Can you believe that a year has already come and gone? Ryuuichi is apparently a first year in high school now. Does he look a little taller? Does he look a little more grown up? I can’t really tell.
And it doesn’t appear as though any of these kids have aged at all either. I thought kids at that stage developed really quickly, but then again, changing things up would be challenging. Sticking to the status quo, on the other hand, makes it easy to write this story.
Also, have you ever wondered if Kotaro has the sort of personality that a psychiatrist might want to look at? When a piece of paper falls on his head, he just stands completely still with his arms sticking out. When the other kids sing and dance, Kotaro doesn’t keep up with them. He’s not embarrassed. He’s not shy. He just… different. When they visit the Drama Club and one of the kid’s moms is dressed up as an evil spirit, Kotaro doesn’t react at all to it. He’s not scared, but he’s not happy about it either. He has no reaction. He’ll also pause in the middle of walking to stare at bugs. And yet, despite everything I’ve listed above, Kotaro is unusually smart for his age. Sensing his brother’s sadness, the kid goes out of his way to recruit Hayato into the Babysitting Club. One by one, none of these things I’ve listed seem all that significant. But when you take them together, I don’t think it’s fair to simply say that Kotaro is different. He’s more than different, but I doubt we’ll ever really explore what’s truly up with this kid. Gakuen Babysitters just feels too light-hearted for that.
Speaking of Ryuuichi’s sadness, this is probably the closest we’ll ever get to the main character having an actual flaw. He’s trying to recruit people to join the Babysitting Club, but as he takes the kids to visit all the other clubs, he ends up feeling slightly bummed out that he’s too busy to do any of the other cool stuff.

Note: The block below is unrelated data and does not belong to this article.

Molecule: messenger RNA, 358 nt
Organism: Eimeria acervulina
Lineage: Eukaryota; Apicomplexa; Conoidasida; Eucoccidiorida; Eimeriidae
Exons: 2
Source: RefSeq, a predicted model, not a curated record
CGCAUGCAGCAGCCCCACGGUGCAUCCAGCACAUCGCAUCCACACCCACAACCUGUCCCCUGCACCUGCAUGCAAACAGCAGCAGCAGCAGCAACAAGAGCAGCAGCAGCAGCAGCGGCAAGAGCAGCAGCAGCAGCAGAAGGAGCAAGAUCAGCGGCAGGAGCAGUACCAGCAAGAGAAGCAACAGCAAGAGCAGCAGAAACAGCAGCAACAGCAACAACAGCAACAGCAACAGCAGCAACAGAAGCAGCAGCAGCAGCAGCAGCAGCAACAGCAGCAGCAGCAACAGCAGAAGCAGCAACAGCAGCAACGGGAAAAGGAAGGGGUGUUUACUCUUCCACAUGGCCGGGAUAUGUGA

We visit Maria in the Cooking Club, where she naturally yells at Ryuuichi for letting the kids run around unsupervised. While she has a point, there’s a time and a place…
We then visit the baseball team where Hayato is practicing. Naturally, he ignores his brother’s love, then when his teammates tease him about it, he goes over to Taka and hits the kid on the head. A year has passed and yet nothing will ever change… except apparently Hayato splitting time between baseball and the Babysitting Club. But yeah, that’s it. Ryuuichi’s short bout of sadness is about as flawed as he’ll ever be. The moment quickly passes when he learns that Kotaro had recruited Hayato just for his sake, and we’re right back to the status quo. I dunno about you, but I much more enjoy shows where the main character has to grow up and come to grips with his or her flaws. At this point, Aishiteruze Baby and Usagi Drop still blow this show out of the water. I really don’t really think there’s anything Gakuen Babysitters does that is superior to those two shows (minus Usagi Drop’s manga ending, but we can just pretend that ever existed).
In the final third of the episode, Ryuuichi wakes up with a cold.
So we just get to see the chairwoman reveal a softer side to her character, but I still don’t really like her…
…and Kotaro amusingly try to squeeze out a few drops of lemon juice for his dear brother’s tea…
…only to accidentally knock the cup over and spill all his hard work onto the ground.
In his sleep, Ryuuichi has a nightmare of an alternate timeline in which his parents had taken Kotaro with them. Also, he fears he might not be responsible enough to take care of his brother all by himself. Y’know, this scene would resonate a whole lot more if the audience didn’t already believe that Ryuuichi is a saint. Had we seen the main character screw up — like, say, yelling at his brother because he’s frustrated or showing up to the club late because he wanted to go hang out with friends — then yeah, this insecurity would me empathize with the character. But again, he’s a saint, so I don’t believe his worries for a second. Anyways, that’s that.
The episode ends with Ryuuichi getting some love and care from his brother and the chairwoman. It’d be heartwarming if I could identify with and embrace these characters, but sadly, Gakuen Babysitters’ perfect world and perfect main character continue to keep me at an arms’-length.